In track and field, Vido won four consecutive SUNY Athletic Conference (SUNYAC) shot put championships. He earned All-America recognition as a junior, and qualified for NCAA Division III nationals and the IC4A championships on three occasions. Vido still holds the school record with a toss of 54 feet, 4.25 inches in 1973.

As a wrestler, Vido was a two-time SUNYAC heavyweight champion and won three varsity letters. He reached the NCAA Division III quarterfinal round in 1974 and claimed a New York State title. Vido was the state runner-up with an undefeated dual meet record as a junior. He was named the 1973-74 Athlete of the Year by the Albany Student Press

Vido also played semi-pro ball for Albany Metro Mallers, where he earned All-League Honors and four defensive MVP awards. He was named to the 1977 Sporting News Minor League All-American first team, where he was credited 125 tackles and 10 sacks during the '77 season.

Vido worked as the behavioral program director for the Millview Traumatic Brain Injury Program. He also coached Colonie Pop Warner football. Vido died April 18, 2017.

Albany High School, 1957

Brookert "June" Willingham was an icon of youth basketball in Albany.

He attended the former School 6 and Philip Livingston Junior High School and entered Albany High School as a promising young basketball player. The deaths of his father and brother forced him to become the head of the household as a young man, but he continued to excel in the sport that he loved.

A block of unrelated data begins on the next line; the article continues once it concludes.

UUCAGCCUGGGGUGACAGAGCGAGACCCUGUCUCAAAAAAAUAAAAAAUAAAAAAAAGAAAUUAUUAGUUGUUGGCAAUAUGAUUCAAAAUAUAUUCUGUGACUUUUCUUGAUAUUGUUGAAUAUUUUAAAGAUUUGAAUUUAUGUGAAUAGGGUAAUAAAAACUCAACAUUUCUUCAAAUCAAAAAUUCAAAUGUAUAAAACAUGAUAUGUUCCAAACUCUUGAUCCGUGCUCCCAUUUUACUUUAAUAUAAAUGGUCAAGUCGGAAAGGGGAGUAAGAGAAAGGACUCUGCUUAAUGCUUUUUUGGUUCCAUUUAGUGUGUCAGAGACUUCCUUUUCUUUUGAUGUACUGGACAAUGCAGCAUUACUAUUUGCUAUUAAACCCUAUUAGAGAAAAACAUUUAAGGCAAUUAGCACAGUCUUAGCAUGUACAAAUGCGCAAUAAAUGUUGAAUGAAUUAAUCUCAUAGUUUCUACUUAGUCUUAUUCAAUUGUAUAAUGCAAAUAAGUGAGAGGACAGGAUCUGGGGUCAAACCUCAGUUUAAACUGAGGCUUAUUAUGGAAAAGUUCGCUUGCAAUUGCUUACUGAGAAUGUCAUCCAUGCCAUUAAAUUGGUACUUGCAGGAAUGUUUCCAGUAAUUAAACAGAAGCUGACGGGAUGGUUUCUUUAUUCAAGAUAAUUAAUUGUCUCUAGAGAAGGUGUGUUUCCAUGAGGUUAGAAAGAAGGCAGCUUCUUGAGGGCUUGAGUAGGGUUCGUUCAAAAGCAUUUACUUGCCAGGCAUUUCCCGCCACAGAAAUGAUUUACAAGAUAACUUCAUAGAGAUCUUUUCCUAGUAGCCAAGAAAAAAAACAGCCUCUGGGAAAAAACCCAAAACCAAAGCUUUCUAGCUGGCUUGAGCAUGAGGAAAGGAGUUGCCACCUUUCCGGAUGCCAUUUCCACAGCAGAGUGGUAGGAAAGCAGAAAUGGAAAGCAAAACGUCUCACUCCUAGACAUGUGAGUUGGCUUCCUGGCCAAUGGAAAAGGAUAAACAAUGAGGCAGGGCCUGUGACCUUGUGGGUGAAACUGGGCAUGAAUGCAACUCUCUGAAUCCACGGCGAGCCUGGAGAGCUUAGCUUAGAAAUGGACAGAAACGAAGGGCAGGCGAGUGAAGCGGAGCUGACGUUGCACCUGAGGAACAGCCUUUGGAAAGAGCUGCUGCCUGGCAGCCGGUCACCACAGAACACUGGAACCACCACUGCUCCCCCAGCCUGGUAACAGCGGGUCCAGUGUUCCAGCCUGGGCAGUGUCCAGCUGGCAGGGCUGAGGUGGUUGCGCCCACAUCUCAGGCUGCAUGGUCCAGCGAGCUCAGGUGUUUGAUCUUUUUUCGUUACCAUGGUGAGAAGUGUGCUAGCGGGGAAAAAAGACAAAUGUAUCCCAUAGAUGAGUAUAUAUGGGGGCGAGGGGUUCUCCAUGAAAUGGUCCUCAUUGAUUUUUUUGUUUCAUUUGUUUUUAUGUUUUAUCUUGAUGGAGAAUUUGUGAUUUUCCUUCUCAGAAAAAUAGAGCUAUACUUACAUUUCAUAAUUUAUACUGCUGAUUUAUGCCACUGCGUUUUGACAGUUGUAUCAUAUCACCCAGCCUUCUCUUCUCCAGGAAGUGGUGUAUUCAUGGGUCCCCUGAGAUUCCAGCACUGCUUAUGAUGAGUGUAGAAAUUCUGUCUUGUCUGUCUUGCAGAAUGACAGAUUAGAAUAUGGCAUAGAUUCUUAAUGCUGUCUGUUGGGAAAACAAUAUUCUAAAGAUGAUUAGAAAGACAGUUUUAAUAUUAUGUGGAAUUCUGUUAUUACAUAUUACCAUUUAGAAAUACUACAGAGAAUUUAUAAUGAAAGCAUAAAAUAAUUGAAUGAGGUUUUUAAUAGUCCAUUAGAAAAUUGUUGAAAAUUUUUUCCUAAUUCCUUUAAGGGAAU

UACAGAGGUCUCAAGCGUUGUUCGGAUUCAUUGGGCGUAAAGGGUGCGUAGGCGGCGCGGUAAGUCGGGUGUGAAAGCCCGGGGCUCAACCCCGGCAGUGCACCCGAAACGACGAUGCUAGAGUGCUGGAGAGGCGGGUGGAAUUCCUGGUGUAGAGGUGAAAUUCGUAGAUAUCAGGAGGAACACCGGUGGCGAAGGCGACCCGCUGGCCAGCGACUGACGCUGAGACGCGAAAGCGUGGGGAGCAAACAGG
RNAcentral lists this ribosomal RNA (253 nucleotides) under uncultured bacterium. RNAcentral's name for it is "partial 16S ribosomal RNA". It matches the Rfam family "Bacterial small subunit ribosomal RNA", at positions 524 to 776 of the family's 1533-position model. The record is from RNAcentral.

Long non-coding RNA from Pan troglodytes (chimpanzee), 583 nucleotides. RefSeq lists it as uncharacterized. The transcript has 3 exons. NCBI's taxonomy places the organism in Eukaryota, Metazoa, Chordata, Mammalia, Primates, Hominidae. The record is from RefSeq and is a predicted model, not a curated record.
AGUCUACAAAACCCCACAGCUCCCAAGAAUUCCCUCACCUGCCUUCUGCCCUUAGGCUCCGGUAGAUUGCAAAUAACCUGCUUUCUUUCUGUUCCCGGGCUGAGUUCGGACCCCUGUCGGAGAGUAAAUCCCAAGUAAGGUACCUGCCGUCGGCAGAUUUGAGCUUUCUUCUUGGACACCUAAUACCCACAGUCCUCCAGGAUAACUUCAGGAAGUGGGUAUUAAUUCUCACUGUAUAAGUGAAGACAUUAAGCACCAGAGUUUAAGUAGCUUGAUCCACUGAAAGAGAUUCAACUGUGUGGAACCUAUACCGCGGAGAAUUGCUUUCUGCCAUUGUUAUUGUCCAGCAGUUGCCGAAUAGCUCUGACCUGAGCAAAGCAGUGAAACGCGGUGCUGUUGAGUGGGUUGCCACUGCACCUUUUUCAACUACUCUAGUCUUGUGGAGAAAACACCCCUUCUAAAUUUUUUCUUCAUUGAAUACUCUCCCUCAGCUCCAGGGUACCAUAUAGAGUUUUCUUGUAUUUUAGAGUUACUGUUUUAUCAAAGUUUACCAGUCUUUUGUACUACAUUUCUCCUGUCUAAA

During his senior year, he led the Albany High varsity team to the state championships. The Times Union called him, "a floor player de-luxe ... one big reason why Albany High School is 4-0 atop the Class A League championship basketball race."

Willingham went on to Hudson Valley Community College and the University at Albany, graduating as a draftsman. He worked for many years as a draftsman for the New York state Department of Tax and Finance and the City of Albany. He also was an outstanding football player and a founder of the semi-pro team that became known as the Metro Mallers.

But his lifelong ambition was to give everyone who wanted to play ball an opportunity to play.

It was Willingham's dream to be able to teach young people the skills they needed to make their high school teams and beyond. He believed that keeping kids engaged in sports twelve months a year kept them off the streets and out of trouble. And he believed every child could live up to his or her potential with a little guidance and attention.

In order to make that dream a reality, he visited Albany City Hall every day until he convinced then-Mayor Erastus Corning to provide financing for what became St. Joseph's Community Center in the former St. Joseph's Academy on North Swan Street. It became the home of Arbor Hill basketball, softball and baseball leagues, but it was the lights and night games on the basketball court that drew the best players from the Capital Region and beyond.

Willingham was founder and coach of the Arbor Hill All-Stars Basketball Club. He coached and mentored hundreds of outstanding young players during the next years, including Luther "Ticky" Burden, Ron Carrington, Joe Quickley, Milton and James "Skeeter" Horne, Charlie "Tinky" Leigh and Calvin Nicholson. In fact, of the 76 players inducted into the inaugural class of the Capital District Basketball Hall of Fame, at least 15 played in the summer basketball program on North Swan Street.

Willingham always looked at the youth of Arbor Hill as family and devoted his life to achieving his goal of giving youth a chance to excel. The rec program he fought for became a community center and was the first program to provide a safe haven for Arbor Hill kids after school and in the evening.

Willingham died in 2002. But city leaders paid tribute to his accomplishments in 2009 by naming the North Swan Street playground --  where some of the area's best got their start -- the Brookert "June" Willingham Basketball Court.